Art and Architecture of the Islamic World
Farshid Emami is a historian of Islamic art and architecture with a focus on the early modern period and particularly Safavid Iran. Trained as an architect and urban designer, he completed his Ph.D. in History of Art and Architecture at Harvard University. His book manuscript offers a new narrative of architecture and urbanism in seventeenth-century Isfahan, the Safavid capital, through the analytical lens of urban experience. Drawing on unstudied primary sources, the book takes the reader on journeys through Isfahan’s markets, gardens, and coffeehouses, analyzing how the city fostered new human experiences and became a setting for fashioning selves.
Besides his publications on Safavid art and architecture, Farshid Emami has written on a range of topics in art and architectural history, including lithographic printing in the nineteenth century and modernist architecture and urbanism in the Middle East. His articles have appeared in the Muqarnas, Metropolitan Museum Journal, Journal for Early Modern Cultural Studies, South Asian Studies, and International Journal of Islamic Architecture.
Website: Farshid Emami at Academia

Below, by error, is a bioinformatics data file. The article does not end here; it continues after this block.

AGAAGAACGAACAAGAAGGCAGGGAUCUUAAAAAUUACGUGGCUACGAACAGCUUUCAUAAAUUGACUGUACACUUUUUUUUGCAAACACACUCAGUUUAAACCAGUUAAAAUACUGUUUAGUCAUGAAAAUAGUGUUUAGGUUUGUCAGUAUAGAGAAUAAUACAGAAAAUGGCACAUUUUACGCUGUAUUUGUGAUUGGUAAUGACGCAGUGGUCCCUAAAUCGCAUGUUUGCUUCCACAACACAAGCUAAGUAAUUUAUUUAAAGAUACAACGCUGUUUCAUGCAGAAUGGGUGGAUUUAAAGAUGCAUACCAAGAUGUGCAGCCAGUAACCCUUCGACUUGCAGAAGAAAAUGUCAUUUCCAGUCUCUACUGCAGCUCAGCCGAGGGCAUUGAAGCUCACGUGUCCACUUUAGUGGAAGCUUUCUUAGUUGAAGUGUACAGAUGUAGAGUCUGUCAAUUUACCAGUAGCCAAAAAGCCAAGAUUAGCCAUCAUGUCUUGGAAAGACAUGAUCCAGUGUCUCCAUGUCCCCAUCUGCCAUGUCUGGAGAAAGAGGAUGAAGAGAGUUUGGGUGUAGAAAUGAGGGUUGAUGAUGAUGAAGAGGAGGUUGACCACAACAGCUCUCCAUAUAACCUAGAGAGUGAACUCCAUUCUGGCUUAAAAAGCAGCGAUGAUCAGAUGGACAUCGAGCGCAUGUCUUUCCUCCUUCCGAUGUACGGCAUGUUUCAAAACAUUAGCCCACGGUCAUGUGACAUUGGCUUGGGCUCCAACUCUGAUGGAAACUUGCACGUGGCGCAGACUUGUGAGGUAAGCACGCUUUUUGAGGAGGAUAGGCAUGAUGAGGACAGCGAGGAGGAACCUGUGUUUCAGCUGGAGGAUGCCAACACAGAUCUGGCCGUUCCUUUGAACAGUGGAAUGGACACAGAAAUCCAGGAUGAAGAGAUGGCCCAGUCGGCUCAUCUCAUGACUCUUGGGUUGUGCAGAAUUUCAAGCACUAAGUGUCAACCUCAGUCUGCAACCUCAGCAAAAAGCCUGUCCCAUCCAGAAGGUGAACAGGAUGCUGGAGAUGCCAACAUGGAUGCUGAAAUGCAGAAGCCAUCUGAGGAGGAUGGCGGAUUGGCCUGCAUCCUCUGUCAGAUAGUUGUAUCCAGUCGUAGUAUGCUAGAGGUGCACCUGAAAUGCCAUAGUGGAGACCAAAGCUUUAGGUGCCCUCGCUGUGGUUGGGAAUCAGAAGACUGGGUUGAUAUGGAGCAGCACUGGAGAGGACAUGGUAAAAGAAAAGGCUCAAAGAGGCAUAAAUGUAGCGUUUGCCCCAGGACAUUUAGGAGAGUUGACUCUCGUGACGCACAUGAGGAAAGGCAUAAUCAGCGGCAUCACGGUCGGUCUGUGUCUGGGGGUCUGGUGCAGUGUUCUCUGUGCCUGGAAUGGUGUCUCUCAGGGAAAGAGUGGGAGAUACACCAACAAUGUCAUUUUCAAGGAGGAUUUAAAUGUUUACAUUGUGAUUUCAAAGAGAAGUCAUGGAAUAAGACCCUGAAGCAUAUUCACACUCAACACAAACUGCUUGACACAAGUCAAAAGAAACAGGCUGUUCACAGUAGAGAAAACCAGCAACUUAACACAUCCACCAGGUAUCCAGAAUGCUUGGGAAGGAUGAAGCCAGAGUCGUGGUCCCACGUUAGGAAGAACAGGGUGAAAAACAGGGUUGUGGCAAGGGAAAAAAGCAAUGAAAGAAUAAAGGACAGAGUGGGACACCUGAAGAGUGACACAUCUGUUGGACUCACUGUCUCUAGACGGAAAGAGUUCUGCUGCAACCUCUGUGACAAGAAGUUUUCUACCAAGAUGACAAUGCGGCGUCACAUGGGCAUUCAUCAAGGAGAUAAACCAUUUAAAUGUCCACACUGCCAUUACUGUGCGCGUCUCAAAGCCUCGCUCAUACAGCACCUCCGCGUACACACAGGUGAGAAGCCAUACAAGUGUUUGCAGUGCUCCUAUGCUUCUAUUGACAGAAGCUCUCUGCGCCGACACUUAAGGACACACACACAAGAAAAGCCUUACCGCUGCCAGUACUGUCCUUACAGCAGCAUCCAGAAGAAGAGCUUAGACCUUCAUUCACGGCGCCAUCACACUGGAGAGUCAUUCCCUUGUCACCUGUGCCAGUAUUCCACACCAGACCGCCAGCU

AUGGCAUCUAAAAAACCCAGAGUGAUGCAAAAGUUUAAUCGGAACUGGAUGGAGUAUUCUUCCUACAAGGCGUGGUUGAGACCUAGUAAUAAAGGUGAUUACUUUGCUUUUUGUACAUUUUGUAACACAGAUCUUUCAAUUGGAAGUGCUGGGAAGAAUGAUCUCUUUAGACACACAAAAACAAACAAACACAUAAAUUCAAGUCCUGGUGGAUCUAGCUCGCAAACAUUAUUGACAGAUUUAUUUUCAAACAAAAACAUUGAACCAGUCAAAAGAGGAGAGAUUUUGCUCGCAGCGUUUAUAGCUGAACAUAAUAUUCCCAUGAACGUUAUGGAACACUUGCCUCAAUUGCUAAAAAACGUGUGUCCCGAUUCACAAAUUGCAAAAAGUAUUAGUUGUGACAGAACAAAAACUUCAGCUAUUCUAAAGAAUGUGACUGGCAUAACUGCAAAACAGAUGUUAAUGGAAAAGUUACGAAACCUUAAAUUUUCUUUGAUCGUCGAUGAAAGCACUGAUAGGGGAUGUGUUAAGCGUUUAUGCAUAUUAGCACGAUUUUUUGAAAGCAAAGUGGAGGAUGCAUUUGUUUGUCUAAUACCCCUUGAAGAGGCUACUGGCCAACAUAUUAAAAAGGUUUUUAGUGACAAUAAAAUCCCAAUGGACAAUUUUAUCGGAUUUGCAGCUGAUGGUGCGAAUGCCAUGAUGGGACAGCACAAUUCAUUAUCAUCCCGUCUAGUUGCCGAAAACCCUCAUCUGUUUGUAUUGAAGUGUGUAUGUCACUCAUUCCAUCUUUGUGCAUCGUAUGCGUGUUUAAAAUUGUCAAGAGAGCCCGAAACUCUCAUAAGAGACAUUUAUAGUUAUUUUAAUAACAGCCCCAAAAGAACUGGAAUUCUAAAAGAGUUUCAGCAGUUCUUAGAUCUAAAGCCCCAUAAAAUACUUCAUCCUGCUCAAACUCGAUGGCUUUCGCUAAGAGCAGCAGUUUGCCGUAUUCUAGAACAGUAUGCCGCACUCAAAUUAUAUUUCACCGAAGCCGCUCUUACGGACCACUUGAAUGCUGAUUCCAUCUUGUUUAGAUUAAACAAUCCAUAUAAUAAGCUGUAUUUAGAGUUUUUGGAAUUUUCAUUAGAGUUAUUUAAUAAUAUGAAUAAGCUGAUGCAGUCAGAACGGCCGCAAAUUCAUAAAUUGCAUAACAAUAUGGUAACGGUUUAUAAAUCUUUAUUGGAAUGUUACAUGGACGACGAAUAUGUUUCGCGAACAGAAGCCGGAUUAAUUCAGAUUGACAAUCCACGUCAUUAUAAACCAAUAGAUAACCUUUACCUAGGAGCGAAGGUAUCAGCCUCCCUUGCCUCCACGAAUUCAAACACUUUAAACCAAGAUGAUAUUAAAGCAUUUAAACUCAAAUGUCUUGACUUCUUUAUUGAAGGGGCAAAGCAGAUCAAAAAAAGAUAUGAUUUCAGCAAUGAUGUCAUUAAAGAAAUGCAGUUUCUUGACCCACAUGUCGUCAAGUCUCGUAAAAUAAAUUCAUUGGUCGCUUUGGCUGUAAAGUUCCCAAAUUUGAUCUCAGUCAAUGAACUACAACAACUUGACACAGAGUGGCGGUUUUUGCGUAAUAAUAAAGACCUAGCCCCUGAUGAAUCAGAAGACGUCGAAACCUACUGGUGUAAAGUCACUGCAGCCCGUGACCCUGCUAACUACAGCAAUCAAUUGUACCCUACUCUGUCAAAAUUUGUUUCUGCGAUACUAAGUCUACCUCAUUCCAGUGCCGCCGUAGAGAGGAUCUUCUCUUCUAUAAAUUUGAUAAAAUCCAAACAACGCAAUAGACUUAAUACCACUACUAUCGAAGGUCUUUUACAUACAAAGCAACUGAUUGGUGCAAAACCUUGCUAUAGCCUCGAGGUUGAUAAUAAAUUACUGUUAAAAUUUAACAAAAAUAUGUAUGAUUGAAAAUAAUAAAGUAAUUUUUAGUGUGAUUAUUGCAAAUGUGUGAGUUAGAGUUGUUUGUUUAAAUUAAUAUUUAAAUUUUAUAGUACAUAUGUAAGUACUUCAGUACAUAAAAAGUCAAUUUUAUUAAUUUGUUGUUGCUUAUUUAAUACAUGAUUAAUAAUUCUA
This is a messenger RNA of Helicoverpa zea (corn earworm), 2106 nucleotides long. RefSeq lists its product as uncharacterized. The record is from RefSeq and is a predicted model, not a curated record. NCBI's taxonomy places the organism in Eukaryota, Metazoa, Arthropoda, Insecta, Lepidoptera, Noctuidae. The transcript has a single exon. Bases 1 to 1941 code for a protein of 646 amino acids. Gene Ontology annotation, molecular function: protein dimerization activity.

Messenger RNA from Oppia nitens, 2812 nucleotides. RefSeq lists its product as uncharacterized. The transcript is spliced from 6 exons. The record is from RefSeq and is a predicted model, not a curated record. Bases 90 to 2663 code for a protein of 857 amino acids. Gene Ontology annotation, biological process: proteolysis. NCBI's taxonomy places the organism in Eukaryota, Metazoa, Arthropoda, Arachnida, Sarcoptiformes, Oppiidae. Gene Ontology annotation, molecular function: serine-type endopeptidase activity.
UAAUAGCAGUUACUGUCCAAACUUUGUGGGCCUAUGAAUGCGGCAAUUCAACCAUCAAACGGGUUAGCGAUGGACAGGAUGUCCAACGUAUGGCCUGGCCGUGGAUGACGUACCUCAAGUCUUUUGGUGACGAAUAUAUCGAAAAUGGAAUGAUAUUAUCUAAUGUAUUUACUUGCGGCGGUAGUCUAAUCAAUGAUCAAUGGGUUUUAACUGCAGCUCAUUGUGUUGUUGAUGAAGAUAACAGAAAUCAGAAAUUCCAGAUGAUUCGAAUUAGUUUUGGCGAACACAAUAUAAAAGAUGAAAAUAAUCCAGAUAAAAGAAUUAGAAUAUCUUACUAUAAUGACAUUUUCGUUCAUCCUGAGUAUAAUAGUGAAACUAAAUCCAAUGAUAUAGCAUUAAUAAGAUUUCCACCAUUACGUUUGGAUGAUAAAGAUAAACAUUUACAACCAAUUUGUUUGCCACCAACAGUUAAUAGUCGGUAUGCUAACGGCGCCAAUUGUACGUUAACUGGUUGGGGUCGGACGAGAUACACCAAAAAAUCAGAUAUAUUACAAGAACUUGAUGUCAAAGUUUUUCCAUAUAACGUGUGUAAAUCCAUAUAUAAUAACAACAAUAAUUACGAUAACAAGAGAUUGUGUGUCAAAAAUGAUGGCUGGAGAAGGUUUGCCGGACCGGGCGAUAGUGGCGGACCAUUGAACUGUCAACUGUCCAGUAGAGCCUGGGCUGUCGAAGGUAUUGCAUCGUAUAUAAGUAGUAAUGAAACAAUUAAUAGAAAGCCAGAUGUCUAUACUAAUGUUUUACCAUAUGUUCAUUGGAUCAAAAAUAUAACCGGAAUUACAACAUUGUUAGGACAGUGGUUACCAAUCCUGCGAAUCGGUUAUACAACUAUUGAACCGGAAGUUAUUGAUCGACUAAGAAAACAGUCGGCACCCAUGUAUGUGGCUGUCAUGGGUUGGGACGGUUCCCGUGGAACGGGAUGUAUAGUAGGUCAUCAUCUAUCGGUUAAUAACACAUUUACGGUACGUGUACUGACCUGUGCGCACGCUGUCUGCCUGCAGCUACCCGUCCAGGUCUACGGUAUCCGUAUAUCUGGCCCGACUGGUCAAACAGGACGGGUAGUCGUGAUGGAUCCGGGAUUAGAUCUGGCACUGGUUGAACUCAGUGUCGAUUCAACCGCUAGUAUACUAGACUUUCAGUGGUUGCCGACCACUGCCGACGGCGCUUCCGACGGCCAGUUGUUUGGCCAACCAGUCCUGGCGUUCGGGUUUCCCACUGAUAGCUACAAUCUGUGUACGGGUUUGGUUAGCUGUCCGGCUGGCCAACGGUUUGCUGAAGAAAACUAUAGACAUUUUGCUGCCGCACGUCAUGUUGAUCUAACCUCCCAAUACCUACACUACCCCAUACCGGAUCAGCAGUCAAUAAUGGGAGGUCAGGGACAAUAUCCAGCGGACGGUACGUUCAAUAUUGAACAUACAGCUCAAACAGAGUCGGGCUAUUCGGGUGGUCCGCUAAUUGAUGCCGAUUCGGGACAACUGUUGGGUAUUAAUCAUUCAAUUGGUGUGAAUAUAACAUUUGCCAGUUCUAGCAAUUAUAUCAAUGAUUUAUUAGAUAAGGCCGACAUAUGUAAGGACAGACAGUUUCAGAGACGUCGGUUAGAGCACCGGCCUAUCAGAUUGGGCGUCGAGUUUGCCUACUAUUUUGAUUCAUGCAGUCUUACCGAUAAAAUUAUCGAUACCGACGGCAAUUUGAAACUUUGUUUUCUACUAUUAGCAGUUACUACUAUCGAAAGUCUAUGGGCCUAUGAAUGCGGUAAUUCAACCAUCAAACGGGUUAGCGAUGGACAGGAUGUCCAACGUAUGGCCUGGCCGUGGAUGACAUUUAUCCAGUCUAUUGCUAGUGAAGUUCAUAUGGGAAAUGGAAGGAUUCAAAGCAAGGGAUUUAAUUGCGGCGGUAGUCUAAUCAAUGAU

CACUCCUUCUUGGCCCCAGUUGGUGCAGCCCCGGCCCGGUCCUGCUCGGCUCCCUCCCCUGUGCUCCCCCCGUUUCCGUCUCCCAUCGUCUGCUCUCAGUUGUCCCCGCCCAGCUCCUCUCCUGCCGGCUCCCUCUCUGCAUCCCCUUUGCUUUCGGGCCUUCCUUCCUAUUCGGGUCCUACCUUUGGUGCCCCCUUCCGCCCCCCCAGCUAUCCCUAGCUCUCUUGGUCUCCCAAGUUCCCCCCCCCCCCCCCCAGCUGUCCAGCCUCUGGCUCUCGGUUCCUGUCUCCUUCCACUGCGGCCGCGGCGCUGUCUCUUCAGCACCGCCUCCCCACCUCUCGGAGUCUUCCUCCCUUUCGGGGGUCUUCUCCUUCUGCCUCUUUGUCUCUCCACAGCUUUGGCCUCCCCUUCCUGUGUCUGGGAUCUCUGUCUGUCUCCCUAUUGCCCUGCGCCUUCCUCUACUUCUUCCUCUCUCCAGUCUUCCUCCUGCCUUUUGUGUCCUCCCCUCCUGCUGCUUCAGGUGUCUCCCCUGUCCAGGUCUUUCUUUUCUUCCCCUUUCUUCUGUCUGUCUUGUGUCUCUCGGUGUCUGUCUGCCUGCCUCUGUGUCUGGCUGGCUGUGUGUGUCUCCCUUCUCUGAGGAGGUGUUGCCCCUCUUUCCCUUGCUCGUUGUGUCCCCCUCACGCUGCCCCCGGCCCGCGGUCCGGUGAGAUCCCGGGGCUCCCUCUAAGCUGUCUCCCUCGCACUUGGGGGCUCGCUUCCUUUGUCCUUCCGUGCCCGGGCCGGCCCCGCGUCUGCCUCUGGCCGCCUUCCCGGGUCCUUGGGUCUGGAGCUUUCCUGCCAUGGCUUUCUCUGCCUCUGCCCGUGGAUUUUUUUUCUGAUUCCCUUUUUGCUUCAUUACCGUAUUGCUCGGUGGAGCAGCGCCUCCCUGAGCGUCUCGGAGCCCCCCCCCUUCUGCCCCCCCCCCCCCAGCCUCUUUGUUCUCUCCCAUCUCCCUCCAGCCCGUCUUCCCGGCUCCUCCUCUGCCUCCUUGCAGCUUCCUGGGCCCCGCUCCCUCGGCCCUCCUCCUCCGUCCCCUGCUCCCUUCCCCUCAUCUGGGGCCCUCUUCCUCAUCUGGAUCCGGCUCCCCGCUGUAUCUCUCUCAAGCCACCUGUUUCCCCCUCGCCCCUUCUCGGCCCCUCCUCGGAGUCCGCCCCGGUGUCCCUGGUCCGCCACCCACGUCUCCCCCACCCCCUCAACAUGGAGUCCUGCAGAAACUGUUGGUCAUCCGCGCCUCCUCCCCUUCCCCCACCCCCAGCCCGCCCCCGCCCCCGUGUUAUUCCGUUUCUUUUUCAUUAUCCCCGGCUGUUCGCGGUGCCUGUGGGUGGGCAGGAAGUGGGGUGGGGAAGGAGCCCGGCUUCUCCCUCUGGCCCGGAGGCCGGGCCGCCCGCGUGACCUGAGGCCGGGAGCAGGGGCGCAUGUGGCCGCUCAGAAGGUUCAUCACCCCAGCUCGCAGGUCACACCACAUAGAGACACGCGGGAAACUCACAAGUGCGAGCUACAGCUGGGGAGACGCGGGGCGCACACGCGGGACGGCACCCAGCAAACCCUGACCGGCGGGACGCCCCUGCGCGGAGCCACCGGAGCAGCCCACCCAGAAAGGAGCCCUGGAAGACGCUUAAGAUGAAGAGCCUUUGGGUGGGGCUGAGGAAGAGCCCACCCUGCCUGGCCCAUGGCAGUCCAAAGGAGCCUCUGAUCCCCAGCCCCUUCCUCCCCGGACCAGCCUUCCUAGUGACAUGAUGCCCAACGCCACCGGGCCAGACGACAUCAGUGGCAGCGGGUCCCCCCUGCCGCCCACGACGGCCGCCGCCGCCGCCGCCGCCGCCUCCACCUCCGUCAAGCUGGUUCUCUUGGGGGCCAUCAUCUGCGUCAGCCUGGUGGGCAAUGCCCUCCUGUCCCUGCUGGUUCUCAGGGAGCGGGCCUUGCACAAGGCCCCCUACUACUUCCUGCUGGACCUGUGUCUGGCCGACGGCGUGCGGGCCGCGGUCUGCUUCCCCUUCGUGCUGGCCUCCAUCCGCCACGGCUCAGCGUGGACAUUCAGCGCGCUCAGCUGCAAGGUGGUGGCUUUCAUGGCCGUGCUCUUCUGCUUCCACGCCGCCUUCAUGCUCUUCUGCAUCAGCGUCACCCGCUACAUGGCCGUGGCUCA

“Inviolable Thresholds, Blessed Palaces, and Holy Friday Mosques: The Sacred Topography of Safavid Isfahan,” in The Friday Mosque in the City: Liminality, Ritual, and Politics, ed. A. Hilâl Ugurlu and Suzan Yalman (Bristol: Intellect, 2020), 159–95. forthcoming.
“All the City’s Courtesans: A Now-lost Safavid Pavilion and its Figural Tile Panels,” Metropolitan Museum Journal 54 (2019): 62–86.
“Royal Assemblies and Imperial Libraries: Polygonal Pavilions and their Functions in Mughal and Safavid Architecture,” South Asian Studies 35, no. 1 (2019): 63–81.
“Discursive Images and Urban Itineraries: Literary Form and City Experience in Early Modern Iran,” Journal for Early Modern Cultural Studies 18, no. 3 (2018): 154–186.
“The Lithographic Image and its Audiences,” in Technologies of the Image: Art in 19th-Century Iran, ed. David J. Roxburgh and Mary McWilliams (Cambridge, Mass.: Harvard Art Museums, 2017), 55–79.
“Coffeehouses, Urban Spaces, and the Formation of a Public Sphere in Safavid Isfahan,” Muqarnas: An Annual on the Visual Culture of the Islamic World 33 (2016): 177–220.
“Urbanism of Grandiosity: Planning a New Urban Centre for Tehran (1973–1976),” International Journal of Islamic Architecture 3, no. 1 (2014): 69–102.